The US economy is now steady in its advancement, which means there’s rising demand for all sorts of commercial trucks and naturally the sector is evolving and sees former partners or rivals looking for a better position in a booming period.
This year, Ford has already announced it would move to secure in-house production of an all-new line of medium-duty trucks and this might be a good reason for the latest rumor – GM is getting ready to announce a new venture with commercial-truck manufacturer Navistar International to produce the medium-duty trucks across the industry’s Class 4, 5 and 6 classifications. The largest US automaker and the third biggest in the world had been manufacturing such trucks for decades before abruptly ceasing production in 2009 as it went through bankruptcy reorganization and the recession. Navistar has a long history with both GM and cross-town competitor Ford: with the latter a partnership for the Blue Diamond venture that existed for a decade was ended last year.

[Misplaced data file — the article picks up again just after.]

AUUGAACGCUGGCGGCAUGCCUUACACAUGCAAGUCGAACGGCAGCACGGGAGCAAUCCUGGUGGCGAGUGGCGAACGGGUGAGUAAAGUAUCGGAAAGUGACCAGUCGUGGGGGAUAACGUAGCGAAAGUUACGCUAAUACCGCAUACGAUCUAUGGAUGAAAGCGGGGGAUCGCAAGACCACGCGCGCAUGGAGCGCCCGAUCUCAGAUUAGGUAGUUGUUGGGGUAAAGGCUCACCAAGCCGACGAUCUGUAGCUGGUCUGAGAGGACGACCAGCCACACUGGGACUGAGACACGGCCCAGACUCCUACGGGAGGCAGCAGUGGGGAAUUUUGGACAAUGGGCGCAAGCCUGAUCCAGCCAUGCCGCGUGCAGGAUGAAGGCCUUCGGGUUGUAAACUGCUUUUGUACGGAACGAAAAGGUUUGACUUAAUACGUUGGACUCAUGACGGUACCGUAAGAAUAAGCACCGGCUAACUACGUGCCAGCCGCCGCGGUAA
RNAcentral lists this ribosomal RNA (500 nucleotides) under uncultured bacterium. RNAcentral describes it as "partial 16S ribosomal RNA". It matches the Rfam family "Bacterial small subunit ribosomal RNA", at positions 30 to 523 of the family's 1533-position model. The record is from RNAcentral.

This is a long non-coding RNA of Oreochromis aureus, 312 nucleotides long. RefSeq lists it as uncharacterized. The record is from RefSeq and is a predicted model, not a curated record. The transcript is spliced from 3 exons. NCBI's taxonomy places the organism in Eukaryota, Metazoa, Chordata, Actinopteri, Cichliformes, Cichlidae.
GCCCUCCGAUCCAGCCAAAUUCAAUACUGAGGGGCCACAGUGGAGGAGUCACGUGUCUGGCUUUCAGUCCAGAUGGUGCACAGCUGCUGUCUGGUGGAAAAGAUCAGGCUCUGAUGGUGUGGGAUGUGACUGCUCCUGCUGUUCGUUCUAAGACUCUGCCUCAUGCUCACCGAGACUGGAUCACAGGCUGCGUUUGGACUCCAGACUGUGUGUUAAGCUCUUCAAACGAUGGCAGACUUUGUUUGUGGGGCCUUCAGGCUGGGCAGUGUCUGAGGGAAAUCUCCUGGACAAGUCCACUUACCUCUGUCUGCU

With a Wall Street Journal story putting the Ford business worth $400 million per year for Navistar, a move to rivaling GM would make sense now that Ford will build in-house the 2016 F-650 and F-750 at a factory in Ohio. The rumored GM linkup with Navistar would be the company’s second move in the sector this month after earlier it announced a partnership with Japan’s Isuzu Motors to deliver a version of the latter’s N-Series “cab-over” trucks, which are a special class of delivery and service trucks with the driver positioned over the engine instead of behind.